“When you look at you mother, you are looking at the purest love you will ever know.” ~ Charley Benetto
I watched intently as my mother circled her ancestral home, her chest rising and falling with each breath she took. Despite the large sunglasses that adorned her face, I knew that my mother was fighting hard to keep her walls up. She was a strong woman who had immigrated to the states alone, given birth and raised her daughter as a single mother for almost three years, and worked hard every day to give her children the future she could only dream of having. My mom looked a lot like I do now. Except she had these deep-set dimples that everyone looked on enviously. From her, I inherited my large doe eyes and with it the innocence that lied within them.
At 18, my mother left her nest to travel to India to pursue a degree in oil paints. Whenever her thoughts went back to her time there, a smile would play across her lips. When her older brothers could no longer afford to send her money for her school fees, she came back home. My grandparents struggled with raising 6 kids on a small single income, but they did their best. My mother loved her parents dearly, more than all her other siblings did, and as I watched her place her hand on the concrete wall of her family house, I felt the pain that was tearing through her heart.
Stepping out of the air-conditioned car, I walked over to my mother. And for the first time, I noticed how frail she had become. The map of wrinkles on her face told the story of a woman who had overcome a great deal. Her forehead hid worries of the past and present, and the folds by her eyes captured by the sun’s rays revealed the innocence that lied within them. My mother had always been beautiful, and despite her age, she had always managed to look years younger.
I walked on the gravel that my mom had played in as a child, and took in the trees that my mom had eaten mangoes and other delicious tropical fruits growing up. And when I lightly touched her shoulder, I felt the weight of her parent’s passing. She turned around and held onto me tightly. My mother sobbed as I had never seen her cry before. I held on even tighter, my heart felt as it was tearing from the inside, and at that moment I wanted nothing other than to take all her pain away. Because the tears, which fell on her face that day, weren’t like those I had seen before. They were tears that came from a person who had lost all hope, who felt completely alone in this vast world. In her sobbing, I could hear the sound of a heart breaking. My mother spoke no words, but I knew what it was saying. As I held on tighter and tighter, I whispered, “Amma, you are not alone. You never will be. I promise.” I felt her squeeze me, and I held her just like that.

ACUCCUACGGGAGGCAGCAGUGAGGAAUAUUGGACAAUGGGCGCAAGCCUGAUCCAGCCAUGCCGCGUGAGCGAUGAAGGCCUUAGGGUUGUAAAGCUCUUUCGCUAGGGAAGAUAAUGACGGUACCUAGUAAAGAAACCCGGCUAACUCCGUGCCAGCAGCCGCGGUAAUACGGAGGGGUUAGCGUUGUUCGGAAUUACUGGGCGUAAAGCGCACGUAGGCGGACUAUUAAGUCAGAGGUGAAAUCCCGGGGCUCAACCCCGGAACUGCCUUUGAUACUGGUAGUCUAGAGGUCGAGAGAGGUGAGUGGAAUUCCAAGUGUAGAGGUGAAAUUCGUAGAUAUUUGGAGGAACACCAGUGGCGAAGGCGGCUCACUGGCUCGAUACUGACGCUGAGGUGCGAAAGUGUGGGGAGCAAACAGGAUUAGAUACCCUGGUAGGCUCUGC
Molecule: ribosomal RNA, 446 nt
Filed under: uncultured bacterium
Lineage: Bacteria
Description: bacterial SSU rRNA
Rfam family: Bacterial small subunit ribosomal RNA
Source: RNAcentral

Growing up, I always heard relatives speak of me as my mother’s shadow, and throughout the years we’ve had our share of both good and bad moments, but amidst everything that has happened, she has been an incredible figure of inspiration, hope, and support. The sacrifices my mother has made are countless, but the moments of appreciation from us have been far too few. A mother gives and gives, never asking for anything in return. And that kind of unconditional love can only come from a mother.
My mom gave me my wings, and for that, not enough flowers, hugs, kisses, or words, will never suffice to express how grateful I am towards her.